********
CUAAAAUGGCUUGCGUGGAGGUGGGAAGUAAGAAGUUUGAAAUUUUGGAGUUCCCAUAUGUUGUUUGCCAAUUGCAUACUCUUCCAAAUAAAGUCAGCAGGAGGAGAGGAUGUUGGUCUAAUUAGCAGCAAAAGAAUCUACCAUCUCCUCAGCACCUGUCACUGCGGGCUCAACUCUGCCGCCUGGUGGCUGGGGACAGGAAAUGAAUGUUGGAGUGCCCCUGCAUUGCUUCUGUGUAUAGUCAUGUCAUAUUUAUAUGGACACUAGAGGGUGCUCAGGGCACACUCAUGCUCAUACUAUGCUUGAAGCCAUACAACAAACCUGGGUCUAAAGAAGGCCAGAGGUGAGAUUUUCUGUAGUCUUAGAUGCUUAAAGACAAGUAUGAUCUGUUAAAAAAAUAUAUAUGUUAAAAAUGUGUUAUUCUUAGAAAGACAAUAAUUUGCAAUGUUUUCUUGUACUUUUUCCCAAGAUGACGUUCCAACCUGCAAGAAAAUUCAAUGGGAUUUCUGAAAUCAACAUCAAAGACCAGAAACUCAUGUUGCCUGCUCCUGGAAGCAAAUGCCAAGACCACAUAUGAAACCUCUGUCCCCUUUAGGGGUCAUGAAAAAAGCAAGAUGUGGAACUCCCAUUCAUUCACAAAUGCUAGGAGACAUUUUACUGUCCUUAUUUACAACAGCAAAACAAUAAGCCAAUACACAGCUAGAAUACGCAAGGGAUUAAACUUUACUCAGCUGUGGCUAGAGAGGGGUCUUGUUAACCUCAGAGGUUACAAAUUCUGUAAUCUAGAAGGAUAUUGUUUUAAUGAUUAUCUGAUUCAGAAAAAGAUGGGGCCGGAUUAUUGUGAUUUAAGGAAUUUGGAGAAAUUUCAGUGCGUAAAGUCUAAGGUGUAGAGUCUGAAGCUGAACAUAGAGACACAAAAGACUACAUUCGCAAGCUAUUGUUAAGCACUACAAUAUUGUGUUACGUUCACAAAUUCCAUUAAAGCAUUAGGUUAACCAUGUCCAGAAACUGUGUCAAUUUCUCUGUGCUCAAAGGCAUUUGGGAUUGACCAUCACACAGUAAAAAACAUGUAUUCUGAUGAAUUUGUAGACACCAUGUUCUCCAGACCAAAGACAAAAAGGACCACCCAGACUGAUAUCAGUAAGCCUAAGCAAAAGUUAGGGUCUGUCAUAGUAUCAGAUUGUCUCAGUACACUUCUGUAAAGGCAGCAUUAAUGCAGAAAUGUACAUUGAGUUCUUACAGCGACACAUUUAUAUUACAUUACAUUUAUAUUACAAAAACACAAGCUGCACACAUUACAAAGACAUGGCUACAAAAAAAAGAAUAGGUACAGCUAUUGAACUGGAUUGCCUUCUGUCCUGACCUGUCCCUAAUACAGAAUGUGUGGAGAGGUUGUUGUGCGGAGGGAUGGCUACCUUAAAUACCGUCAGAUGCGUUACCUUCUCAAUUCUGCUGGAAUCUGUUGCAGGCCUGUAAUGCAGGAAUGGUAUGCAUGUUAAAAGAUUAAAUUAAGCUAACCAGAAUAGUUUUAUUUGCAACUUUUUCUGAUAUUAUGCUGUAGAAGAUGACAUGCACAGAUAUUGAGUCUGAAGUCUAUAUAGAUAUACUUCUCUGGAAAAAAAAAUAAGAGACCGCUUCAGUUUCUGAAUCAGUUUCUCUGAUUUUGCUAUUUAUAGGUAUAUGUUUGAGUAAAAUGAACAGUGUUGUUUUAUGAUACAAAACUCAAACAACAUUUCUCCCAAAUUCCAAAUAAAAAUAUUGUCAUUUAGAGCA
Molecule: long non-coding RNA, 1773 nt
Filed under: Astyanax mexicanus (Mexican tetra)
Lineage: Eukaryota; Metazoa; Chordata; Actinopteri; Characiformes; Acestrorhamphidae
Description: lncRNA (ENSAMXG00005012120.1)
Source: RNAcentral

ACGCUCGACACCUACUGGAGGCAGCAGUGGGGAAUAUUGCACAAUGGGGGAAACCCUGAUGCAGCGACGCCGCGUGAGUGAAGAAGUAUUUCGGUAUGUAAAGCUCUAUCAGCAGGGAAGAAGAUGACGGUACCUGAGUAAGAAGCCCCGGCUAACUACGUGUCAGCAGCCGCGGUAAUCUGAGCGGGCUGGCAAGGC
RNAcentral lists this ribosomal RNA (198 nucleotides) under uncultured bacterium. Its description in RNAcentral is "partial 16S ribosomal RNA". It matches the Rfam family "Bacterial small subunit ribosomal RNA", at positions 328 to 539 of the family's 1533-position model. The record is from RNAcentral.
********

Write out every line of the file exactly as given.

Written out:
CUAAAAUGGCUUGCGUGGAGGUGGGAAGUAAGAAGUUUGAAAUUUUGGAGUUCCCAUAUGUUGUUUGCCAAUUGCAUACUCUUCCAAAUAAAGUCAGCAGGAGGAGAGGAUGUUGGUCUAAUUAGCAGCAAAAGAAUCUACCAUCUCCUCAGCACCUGUCACUGCGGGCUCAACUCUGCCGCCUGGUGGCUGGGGACAGGAAAUGAAUGUUGGAGUGCCCCUGCAUUGCUUCUGUGUAUAGUCAUGUCAUAUUUAUAUGGACACUAGAGGGUGCUCAGGGCACACUCAUGCUCAUACUAUGCUUGAAGCCAUACAACAAACCUGGGUCUAAAGAAGGCCAGAGGUGAGAUUUUCUGUAGUCUUAGAUGCUUAAAGACAAGUAUGAUCUGUUAAAAAAAUAUAUAUGUUAAAAAUGUGUUAUUCUUAGAAAGACAAUAAUUUGCAAUGUUUUCUUGUACUUUUUCCCAAGAUGACGUUCCAACCUGCAAGAAAAUUCAAUGGGAUUUCUGAAAUCAACAUCAAAGACCAGAAACUCAUGUUGCCUGCUCCUGGAAGCAAAUGCCAAGACCACAUAUGAAACCUCUGUCCCCUUUAGGGGUCAUGAAAAAAGCAAGAUGUGGAACUCCCAUUCAUUCACAAAUGCUAGGAGACAUUUUACUGUCCUUAUUUACAACAGCAAAACAAUAAGCCAAUACACAGCUAGAAUACGCAAGGGAUUAAACUUUACUCAGCUGUGGCUAGAGAGGGGUCUUGUUAACCUCAGAGGUUACAAAUUCUGUAAUCUAGAAGGAUAUUGUUUUAAUGAUUAUCUGAUUCAGAAAAAGAUGGGGCCGGAUUAUUGUGAUUUAAGGAAUUUGGAGAAAUUUCAGUGCGUAAAGUCUAAGGUGUAGAGUCUGAAGCUGAACAUAGAGACACAAAAGACUACAUUCGCAAGCUAUUGUUAAGCACUACAAUAUUGUGUUACGUUCACAAAUUCCAUUAAAGCAUUAGGUUAACCAUGUCCAGAAACUGUGUCAAUUUCUCUGUGCUCAAAGGCAUUUGGGAUUGACCAUCACACAGUAAAAAACAUGUAUUCUGAUGAAUUUGUAGACACCAUGUUCUCCAGACCAAAGACAAAAAGGACCACCCAGACUGAUAUCAGUAAGCCUAAGCAAAAGUUAGGGUCUGUCAUAGUAUCAGAUUGUCUCAGUACACUUCUGUAAAGGCAGCAUUAAUGCAGAAAUGUACAUUGAGUUCUUACAGCGACACAUUUAUAUUACAUUACAUUUAUAUUACAAAAACACAAGCUGCACACAUUACAAAGACAUGGCUACAAAAAAAAGAAUAGGUACAGCUAUUGAACUGGAUUGCCUUCUGUCCUGACCUGUCCCUAAUACAGAAUGUGUGGAGAGGUUGUUGUGCGGAGGGAUGGCUACCUUAAAUACCGUCAGAUGCGUUACCUUCUCAAUUCUGCUGGAAUCUGUUGCAGGCCUGUAAUGCAGGAAUGGUAUGCAUGUUAAAAGAUUAAAUUAAGCUAACCAGAAUAGUUUUAUUUGCAACUUUUUCUGAUAUUAUGCUGUAGAAGAUGACAUGCACAGAUAUUGAGUCUGAAGUCUAUAUAGAUAUACUUCUCUGGAAAAAAAAAUAAGAGACCGCUUCAGUUUCUGAAUCAGUUUCUCUGAUUUUGCUAUUUAUAGGUAUAUGUUUGAGUAAAAUGAACAGUGUUGUUUUAUGAUACAAAACUCAAACAACAUUUCUCCCAAAUUCCAAAUAAAAAUAUUGUCAUUUAGAGCA
Molecule: long non-coding RNA, 1773 nt
Filed under: Astyanax mexicanus (Mexican tetra)
Lineage: Eukaryota; Metazoa; Chordata; Actinopteri; Characiformes; Acestrorhamphidae
Description: lncRNA (ENSAMXG00005012120.1)
Source: RNAcentral

ACGCUCGACACCUACUGGAGGCAGCAGUGGGGAAUAUUGCACAAUGGGGGAAACCCUGAUGCAGCGACGCCGCGUGAGUGAAGAAGUAUUUCGGUAUGUAAAGCUCUAUCAGCAGGGAAGAAGAUGACGGUACCUGAGUAAGAAGCCCCGGCUAACUACGUGUCAGCAGCCGCGGUAAUCUGAGCGGGCUGGCAAGGC
RNAcentral lists this ribosomal RNA (198 nucleotides) under uncultured bacterium. Its description in RNAcentral is "partial 16S ribosomal RNA". It matches the Rfam family "Bacterial small subunit ribosomal RNA", at positions 328 to 539 of the family's 1533-position model. The record is from RNAcentral.